In the family with the S218L mutation, several affected members were considered to be intellectually slow compared with their unaffected siblings; one patient was mentally retarded before the onset of the attacks. Cognitive impairment is a symptom not often associated with FHM. Remarkably, in family 2, 3 members who carried the mutation showed progressive cognitive decline after normal early development. In another FHM family, without proven CACNA1A mutation, 3 of 4 patients showed permanent mild cognitive impairment following the onset of the FHM attacks.25 Lastly, Vahedi et al22 described a patient with hemiplegic migraine with no other affected family members with developmental delay and severe mental retardation who had a de novo Y1385C mutation in the CACNA1A gene. Cognitive dysfunction is also observed in episodic ataxia type 2 (EA-2), another disorder caused by CACNA1A mutations.4 Cognitive symptoms in EA-2 range from marked learning difficulties at school to major mental retardation requiring a specialized institution.26 It is unclear whether cognitive impairment can be assigned to damage during attacks of FHM or EA-2 or to a process of progressive neuronal damage. In family 2, it was suggested that the cognitive decline was stepwise, worsening after each attack.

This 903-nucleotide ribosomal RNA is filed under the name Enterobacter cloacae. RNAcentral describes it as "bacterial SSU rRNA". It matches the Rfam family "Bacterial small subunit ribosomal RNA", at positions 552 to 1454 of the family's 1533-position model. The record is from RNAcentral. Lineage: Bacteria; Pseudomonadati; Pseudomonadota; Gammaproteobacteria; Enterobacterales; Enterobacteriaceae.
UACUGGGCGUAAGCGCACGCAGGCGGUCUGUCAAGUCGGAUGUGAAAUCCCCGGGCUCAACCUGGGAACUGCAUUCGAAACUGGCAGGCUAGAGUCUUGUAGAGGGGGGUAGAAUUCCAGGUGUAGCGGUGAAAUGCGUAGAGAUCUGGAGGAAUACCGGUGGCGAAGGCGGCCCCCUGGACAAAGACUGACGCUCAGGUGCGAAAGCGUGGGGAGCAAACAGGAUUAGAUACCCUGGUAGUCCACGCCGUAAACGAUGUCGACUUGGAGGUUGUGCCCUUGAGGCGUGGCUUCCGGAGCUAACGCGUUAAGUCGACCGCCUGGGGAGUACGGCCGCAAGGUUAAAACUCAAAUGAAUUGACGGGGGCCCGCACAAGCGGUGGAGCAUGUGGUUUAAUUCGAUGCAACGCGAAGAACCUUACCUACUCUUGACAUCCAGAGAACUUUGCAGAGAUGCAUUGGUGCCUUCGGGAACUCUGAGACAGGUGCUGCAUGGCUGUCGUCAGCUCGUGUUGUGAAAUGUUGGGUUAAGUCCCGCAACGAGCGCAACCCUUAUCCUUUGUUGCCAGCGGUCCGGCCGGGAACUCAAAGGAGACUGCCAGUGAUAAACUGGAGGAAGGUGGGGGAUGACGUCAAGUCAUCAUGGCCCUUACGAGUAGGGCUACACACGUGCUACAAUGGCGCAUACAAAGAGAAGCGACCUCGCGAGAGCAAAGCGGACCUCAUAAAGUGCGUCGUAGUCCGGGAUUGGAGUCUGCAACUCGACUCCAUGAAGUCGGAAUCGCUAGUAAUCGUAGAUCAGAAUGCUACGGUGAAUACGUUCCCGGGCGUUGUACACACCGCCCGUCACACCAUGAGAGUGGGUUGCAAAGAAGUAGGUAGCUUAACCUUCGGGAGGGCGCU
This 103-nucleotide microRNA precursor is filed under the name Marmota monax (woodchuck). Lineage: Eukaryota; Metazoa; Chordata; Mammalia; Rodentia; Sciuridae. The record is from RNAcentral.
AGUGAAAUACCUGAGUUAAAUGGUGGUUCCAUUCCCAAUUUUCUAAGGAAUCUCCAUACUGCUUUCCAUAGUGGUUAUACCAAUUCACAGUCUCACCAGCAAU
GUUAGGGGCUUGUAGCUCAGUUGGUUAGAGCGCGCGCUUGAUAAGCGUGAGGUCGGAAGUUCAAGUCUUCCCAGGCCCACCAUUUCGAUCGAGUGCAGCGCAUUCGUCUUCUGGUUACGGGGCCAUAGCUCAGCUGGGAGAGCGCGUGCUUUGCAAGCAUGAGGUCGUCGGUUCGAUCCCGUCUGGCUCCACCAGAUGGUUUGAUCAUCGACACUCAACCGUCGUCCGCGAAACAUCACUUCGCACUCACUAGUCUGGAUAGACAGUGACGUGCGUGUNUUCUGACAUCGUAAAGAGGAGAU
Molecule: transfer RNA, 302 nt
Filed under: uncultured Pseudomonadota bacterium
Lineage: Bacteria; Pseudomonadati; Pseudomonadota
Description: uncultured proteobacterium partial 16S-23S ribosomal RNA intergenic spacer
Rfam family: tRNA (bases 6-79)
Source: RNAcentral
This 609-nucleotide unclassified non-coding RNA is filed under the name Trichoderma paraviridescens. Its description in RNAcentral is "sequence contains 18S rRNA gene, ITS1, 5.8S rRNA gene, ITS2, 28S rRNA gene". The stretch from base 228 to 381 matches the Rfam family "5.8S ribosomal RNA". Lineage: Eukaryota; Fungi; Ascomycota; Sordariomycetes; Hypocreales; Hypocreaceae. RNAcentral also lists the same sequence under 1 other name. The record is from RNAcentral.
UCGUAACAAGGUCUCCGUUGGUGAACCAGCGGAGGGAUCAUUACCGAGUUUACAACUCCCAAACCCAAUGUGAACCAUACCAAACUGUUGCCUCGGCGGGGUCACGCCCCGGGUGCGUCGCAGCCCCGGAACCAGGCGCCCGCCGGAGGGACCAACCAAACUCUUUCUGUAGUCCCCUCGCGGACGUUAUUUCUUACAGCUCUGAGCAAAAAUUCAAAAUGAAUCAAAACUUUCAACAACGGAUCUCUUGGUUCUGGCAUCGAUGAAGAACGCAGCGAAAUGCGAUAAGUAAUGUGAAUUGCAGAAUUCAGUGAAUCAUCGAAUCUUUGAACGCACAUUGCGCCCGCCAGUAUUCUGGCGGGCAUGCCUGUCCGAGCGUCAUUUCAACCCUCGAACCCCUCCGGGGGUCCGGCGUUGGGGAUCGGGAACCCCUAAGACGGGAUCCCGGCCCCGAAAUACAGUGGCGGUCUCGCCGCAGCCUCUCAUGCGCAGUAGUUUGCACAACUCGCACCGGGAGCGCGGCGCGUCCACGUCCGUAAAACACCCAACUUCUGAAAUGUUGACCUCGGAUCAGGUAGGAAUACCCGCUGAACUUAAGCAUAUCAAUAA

Acetazolamide was given to patients II:3 and I:2 of family 2, and the patients seemed to respond well for a period. Acetazolamide is a well-known treatment for patients with EA-2.27 Also, FHM and other aura subtypes have been reported to respond to acetazolamide.7,28 In addition, a patient with migraine with aura and CADASIL (cerebral autosomal dominant arteriopathy with subcortical infarcts and leukoencephalopathy, a hereditary arteriopathy leading to recurrent cerebral infarcts and dementia) showed a marked reduction in migraine attacks after he began taking acetazolamide, 250 mg/d.29 The mechanism of action of acetazolamide in migraine aura, however, is unknown.